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A little bit of research on the Broadway Database website confirms that
the play Captain Applejack ran for 195 performances in the 1921-1922.
It's the kind of fluff that people went to the theater to see back in
the day, but wouldn't have any great audience today.
Watching it this morning two things struck me. It reminded a whole lot of George M. Cohan's Seven Keys To Baldpate which also takes place on a windswept stormy night with a group of strange characters intruding on someone's privacy. Further research shows that the producer on Broadway was Sam Harris, Cohan's producing partner who probably thought he had another similar show on his hands.
I also thought how perfect Leslie Howard or Ronald Colman would have been for the part. The film would be more well known today had either of them done it, though John Halliday does a fine job in the lead. He plays a comfortable squire with an estate in Cornwall who yearns for a more exciting life and expresses same to ward Mary Brian. Before long he's besieged by visitors who are giving him all kinds of stories and he discovers the family fortune may have had its foundation in stolen pirate loot.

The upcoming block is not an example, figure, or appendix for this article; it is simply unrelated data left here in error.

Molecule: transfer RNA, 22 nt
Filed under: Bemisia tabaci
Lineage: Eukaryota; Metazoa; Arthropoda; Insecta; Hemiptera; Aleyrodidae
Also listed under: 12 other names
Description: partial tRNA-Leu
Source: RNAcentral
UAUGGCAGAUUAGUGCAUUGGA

Captain Applejack is a most dated item, fortunate indeed to have been preserved in both a silent and sound film. I doubt you'll see it revived on Broadway any time soon.
I'm watching this antique Old Dark House mystery on TCM right now and
it quickly became evident to me that the film, its first silent
incarnation ("Strangers In The Night") or the play it was adapted from
were the first kernel of inspiration for Belgian comic book artist
Hergé (Georges Rémi)'s "Secret of the Unicorn" and its sequel "The
Treasure of Rackham the Red" (1943-1944). More proof that a large part
of the inspiration for Hergé's melodramatic adventures were from
sometimes second-rate Hollywood movies and plots that were very creaky
to begin with. What he did with them of course was sheer genius and